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The Moussaoui Muddle

With great fanfare, the Justice Department trumpeted the arrest in 2001 of Zacarias Moussaoui, the alleged "20th hijacker" in the 9/11 plot. Federal prosecutors boasted that his trial in a civilian court would show that the US criminal-justice system could deal openly with terrorism suspects.

It hasn't turned out that way.

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The federal government charged Mr. Moussaoui - a French citizen of Moroccan descent - with crimes related to the 9/11 attacks and is seeking the death penalty. Moussaoui, who is defending himself, admits membership in Al Qaeda but says he did not take part in the 9/11 plot.

The government's case may be undermined by the capture over the past year of three senior Al Qaeda figures who Moussaoui claims can prove he was not involved. The defendant is demanding his constitutional right to depose the witnesses, who are detained outside the United States. The government says that would upset the interrogation of key terrorists - and understandably doesn't want Moussaoui comparing notes with Al Qaeda leaders. Prosecutors have defied the judge's order to allow the deposition, thereby jeopardizing the government's case.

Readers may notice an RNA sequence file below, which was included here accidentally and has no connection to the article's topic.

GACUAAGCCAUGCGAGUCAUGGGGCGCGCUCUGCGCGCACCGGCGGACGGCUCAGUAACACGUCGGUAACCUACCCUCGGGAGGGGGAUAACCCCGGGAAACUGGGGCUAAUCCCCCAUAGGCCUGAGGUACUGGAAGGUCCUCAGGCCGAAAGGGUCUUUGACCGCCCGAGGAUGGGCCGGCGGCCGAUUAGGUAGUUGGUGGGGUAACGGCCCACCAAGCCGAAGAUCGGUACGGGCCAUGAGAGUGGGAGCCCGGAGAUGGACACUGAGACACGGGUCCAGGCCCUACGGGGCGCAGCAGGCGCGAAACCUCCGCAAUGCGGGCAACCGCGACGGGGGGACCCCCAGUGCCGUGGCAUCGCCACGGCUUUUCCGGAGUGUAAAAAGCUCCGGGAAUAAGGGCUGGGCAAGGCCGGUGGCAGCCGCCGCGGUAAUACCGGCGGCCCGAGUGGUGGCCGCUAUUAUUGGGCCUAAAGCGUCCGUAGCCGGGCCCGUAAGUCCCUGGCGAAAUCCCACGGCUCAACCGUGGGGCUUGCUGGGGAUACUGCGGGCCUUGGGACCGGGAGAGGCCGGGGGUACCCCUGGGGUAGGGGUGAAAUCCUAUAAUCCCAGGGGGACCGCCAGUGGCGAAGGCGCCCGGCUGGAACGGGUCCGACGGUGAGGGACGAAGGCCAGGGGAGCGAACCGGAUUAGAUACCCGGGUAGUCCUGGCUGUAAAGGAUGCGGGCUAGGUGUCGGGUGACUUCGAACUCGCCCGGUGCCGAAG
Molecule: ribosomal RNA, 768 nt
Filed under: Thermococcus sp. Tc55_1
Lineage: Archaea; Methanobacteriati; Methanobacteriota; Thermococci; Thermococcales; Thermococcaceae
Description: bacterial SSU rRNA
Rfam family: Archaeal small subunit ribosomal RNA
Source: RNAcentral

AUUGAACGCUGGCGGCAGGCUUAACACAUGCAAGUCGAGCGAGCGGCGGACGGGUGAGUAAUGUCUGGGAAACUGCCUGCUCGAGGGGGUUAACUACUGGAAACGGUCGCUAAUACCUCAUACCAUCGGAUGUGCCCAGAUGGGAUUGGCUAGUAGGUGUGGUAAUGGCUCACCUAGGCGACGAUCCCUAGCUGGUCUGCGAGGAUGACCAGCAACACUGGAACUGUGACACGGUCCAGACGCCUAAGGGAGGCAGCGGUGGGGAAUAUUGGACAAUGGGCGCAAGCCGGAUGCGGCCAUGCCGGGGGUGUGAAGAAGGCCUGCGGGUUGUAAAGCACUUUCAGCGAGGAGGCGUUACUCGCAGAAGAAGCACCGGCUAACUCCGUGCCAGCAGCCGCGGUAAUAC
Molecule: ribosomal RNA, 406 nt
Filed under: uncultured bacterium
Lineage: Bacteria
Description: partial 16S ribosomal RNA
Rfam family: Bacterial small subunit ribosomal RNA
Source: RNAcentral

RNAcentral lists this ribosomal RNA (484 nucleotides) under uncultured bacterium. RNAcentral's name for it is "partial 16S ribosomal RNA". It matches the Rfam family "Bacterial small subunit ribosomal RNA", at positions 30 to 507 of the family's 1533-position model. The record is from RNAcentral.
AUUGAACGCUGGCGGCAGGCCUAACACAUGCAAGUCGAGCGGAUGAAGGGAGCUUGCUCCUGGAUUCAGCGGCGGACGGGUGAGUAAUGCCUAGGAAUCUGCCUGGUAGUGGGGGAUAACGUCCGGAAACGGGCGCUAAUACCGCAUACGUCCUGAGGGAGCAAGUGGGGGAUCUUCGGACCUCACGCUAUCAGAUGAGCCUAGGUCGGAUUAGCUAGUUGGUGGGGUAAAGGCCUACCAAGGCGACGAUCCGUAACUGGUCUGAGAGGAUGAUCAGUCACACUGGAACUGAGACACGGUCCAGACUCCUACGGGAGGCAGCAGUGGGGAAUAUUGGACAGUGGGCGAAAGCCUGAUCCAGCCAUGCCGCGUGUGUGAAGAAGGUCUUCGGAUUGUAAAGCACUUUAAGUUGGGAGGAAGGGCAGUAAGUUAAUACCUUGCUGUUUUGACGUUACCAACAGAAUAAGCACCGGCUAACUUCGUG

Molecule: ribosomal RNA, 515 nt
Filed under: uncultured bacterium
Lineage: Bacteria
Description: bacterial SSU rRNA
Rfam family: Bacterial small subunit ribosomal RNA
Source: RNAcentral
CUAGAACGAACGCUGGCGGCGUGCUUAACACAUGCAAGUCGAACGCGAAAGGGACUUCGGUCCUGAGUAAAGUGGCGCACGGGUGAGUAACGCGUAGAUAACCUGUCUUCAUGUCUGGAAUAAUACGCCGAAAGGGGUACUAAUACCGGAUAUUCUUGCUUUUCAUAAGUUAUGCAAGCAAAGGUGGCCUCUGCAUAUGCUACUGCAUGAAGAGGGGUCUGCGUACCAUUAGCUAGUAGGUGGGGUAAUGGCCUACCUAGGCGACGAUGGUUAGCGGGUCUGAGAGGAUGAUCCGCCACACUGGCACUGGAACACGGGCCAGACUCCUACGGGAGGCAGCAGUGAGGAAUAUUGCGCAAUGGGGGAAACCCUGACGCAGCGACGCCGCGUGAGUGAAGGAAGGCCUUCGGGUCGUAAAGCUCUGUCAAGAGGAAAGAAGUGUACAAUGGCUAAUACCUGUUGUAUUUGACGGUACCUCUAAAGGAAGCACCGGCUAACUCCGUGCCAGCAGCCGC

Now prosecutors are in the bizarre position of asking the judge to dismiss the charges so they can appeal that dismissal to the Fourth Circuit Court of Appeals.

If the appellate court upholds the judge - as it should - the government will probably move Moussaoui to military custody, where he would have fewer rights.

To be fair, prosecutors are in a quandary. The right to question witnesses that may establish one's innocence is fundamental to American justice. The government should protect that right, not argue against it. At the same time, the government has a fundamental duty to protect the public from terrorists.

The Justice Department's prosecutors appear more interested in executing somebody, anybody, than in seeking the truth, as they should be trying to do. That raises the question of what kind of case against Moussaoui the government had to begin with.

The government probably erred when it attempted to try Moussaoui in a civilian court. Prosecutors' only remaining option may be to declare Moussaoui - who is neither a citizen nor a legal resident - an enemy combatant and transfer the case to a military tribunal.